Coyote Mercury

words, birds and whatever else by James Brush

Category: Announcements (page 1 of 5)

A Place Without a Postcard–Free for Kindle Today

A Place Without a PostcardJust a quick announcement: my 2003 novel A Place Without a Postcard is available as a free download in the kindle store today (5-2-14). I hope you’ll check it out and share it with any friends you think might be interested. Thank you, and enjoy.

(The paperback is also reduced to $10.99, though I don’t know how long that will last.)

“Fleeting” at Verbatim Poetry

My poem “Fleeting” is up at Verbatim Poetry. It’s a found poem made from a paragraph in the March 2014 issue of National Geographic. It caught my attention because it echoes several of the images and ideas found in my 2010 poem “A Necklace for the Goddess of the Empty Sea” originally published in Poets for Living Waters (Aug 2010) and recently read by Nic Sebastian at The Poetry Storehouse.

Three Poems at Red Wolf Journal

Three of my poems were featured in Red Wolf Journal’s “The Art of Habitation” issue over the past three days. Please check out “The Backyard at Sunset” (Friday), “Ghazal of Treaty Oak” (Saturday), and “Ghazal for a Nameless Stream” (Sunday). Thanks to editors Neil Reid and Irene Toh for including these.

Three Poems at CSHS

The inaugural issue of CSHS (Clipper Ship Hauling Stories or Can She Hack Sonnets?) is out, and I’m honored to have three of my poems featured alongside the work of several other fine poets in this issue.  Thanks Joseph & Tessa for including my poems “The Rope Swing,” “Here Comes a Twister,” and “Flags of Convenience.”

Relaunching A Place Without a Postcard

postcard2013_cover-kindle-lo-res

Today I am “officially” relaunching my 2003 novel A Place Without a Postcard. It was first published through iUniverse and while the experience was a positive one, I wanted to re-publish it under my own Coyote Mercury Press.

The 2014 paperback version features a new cover, trim size, and layout but the story is the same. I corrected the typos that snuck into the original, cut a few unnecessary adverbs, and restructured some sentences for clarity. I’ve learned a lot about writing in the 11 years since Postcard was first published, and I wanted to apply some of that to the new version, which is more a remaster than a true 2nd edition.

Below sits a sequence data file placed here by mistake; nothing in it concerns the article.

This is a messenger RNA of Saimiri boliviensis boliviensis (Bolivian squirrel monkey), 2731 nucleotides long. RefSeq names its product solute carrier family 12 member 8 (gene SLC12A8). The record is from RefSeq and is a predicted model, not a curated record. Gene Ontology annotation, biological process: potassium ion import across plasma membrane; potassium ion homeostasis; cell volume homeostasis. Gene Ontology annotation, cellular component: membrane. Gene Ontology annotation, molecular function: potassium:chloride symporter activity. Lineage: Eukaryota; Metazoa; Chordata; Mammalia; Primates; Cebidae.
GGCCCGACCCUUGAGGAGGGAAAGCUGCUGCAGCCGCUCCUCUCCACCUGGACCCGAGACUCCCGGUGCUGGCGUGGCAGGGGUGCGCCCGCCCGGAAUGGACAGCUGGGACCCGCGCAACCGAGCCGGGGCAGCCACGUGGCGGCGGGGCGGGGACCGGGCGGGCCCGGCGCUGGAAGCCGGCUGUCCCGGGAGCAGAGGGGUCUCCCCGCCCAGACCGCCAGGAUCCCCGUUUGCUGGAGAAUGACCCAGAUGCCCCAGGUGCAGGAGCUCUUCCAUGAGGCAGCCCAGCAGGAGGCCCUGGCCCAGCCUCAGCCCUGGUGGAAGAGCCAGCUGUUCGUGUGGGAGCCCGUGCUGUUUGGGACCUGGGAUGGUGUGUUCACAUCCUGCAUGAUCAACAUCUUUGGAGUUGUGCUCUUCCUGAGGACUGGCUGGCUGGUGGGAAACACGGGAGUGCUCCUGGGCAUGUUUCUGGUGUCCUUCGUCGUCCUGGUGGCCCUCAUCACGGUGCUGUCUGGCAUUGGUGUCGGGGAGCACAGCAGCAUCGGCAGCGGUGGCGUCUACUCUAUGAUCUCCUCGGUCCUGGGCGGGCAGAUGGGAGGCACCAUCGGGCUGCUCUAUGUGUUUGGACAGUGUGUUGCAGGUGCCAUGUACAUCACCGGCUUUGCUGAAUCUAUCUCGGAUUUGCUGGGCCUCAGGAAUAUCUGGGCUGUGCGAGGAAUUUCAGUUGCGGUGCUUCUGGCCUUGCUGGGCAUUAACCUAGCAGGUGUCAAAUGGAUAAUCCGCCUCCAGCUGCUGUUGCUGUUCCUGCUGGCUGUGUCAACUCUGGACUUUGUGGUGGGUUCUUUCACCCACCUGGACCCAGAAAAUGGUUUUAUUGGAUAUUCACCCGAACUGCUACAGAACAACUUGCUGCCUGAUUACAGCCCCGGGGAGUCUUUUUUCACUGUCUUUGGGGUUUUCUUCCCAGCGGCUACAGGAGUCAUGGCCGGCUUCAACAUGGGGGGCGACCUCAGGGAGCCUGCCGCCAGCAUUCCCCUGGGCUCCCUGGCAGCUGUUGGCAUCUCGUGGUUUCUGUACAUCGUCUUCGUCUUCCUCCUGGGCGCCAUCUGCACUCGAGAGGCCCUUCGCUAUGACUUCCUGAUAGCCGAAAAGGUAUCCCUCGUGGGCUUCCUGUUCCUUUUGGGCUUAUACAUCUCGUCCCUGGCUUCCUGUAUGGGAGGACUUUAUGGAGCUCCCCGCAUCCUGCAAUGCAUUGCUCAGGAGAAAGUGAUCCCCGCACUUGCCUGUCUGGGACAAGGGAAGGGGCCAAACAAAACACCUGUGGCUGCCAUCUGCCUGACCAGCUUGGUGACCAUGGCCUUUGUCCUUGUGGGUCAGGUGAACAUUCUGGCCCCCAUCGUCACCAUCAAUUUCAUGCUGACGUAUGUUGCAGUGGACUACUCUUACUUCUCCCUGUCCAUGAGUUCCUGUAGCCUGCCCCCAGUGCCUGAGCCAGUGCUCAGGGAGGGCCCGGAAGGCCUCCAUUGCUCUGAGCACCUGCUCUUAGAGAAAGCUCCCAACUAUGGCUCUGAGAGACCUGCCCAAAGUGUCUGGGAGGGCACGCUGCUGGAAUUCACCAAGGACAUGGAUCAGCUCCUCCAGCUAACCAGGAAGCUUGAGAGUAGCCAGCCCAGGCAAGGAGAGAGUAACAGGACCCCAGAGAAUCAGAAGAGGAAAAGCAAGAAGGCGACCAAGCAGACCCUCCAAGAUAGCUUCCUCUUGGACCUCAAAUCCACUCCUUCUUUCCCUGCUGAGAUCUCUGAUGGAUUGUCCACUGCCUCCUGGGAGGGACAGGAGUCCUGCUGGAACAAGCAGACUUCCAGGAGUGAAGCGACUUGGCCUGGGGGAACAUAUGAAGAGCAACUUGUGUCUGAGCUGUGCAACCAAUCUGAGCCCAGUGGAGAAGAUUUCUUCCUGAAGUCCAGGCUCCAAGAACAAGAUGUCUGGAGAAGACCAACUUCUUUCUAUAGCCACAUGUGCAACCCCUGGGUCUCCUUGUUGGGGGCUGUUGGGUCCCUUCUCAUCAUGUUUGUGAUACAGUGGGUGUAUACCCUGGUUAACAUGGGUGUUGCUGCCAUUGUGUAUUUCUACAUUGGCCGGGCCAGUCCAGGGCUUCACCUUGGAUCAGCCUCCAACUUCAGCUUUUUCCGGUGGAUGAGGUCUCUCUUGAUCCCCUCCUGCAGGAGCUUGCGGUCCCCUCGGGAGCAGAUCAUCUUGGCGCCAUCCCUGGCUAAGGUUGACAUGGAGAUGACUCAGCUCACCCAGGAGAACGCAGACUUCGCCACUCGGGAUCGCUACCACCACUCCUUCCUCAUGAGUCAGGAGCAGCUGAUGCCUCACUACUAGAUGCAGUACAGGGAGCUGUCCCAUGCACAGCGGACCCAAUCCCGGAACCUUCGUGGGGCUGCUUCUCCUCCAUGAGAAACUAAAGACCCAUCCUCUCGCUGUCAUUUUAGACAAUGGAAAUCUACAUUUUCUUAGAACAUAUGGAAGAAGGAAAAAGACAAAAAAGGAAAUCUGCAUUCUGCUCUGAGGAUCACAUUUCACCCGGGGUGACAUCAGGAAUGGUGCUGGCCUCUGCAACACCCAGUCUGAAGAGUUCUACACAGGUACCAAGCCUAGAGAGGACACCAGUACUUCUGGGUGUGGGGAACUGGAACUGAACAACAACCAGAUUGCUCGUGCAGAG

I approached the work with a light hand, though, because I didn’t want to change the story or the characters in any way and so the post I put up nearly a year ago about the upcoming Kindle edition (which has now finally come up) still stands. After all these years, I am still happy with this book, and I hope others will be too.

One of the nice things about publishing through my own company is that I can control the price and so for today, I’ve got the paperback version on sale for $10.99 (usually $13.99) and the Kindle edition for $1.99 (usually $3.99) both through Amazon. Additionally, the Kindle version is free through Amazon’s Match Book program so if you ever bought the old paperback (thank you!) or if you buy the new one you should be able to download the Kindle version for free.

If you bought the book back in 2003 (or later), thank you again, and I hope you’ll let your friends know about the new edition, and if you haven’t read it, I hope you’ll check it out. Thank you.

Driftwood at Right Hand Pointing

My erasure poem “Driftwood” (from a page in Poe’s “Fall of the House of Usher”) is up at Right Hand Pointing. It’s an honor to have my poem included in this fine issue celebrating found poetry. It was originally posted here along with a photo of the page I worked from including my marks and highlights. Thanks, Dale & Howie for publishing this one!

The Cattle Egret and Other Animals in the City at qarrtsiluni

I don’t know what it is about long-legged waders that inspires me to write odd haibun, but here’s “The Cattle Egret” appearing in the ‘Animals in the City’ issue of qarrtsiluni.

Even cooler is sharing the day with Deb Scott and her beautiful work, and be sure to check out this one by Joseph Harker. Hell, just read the whole issue.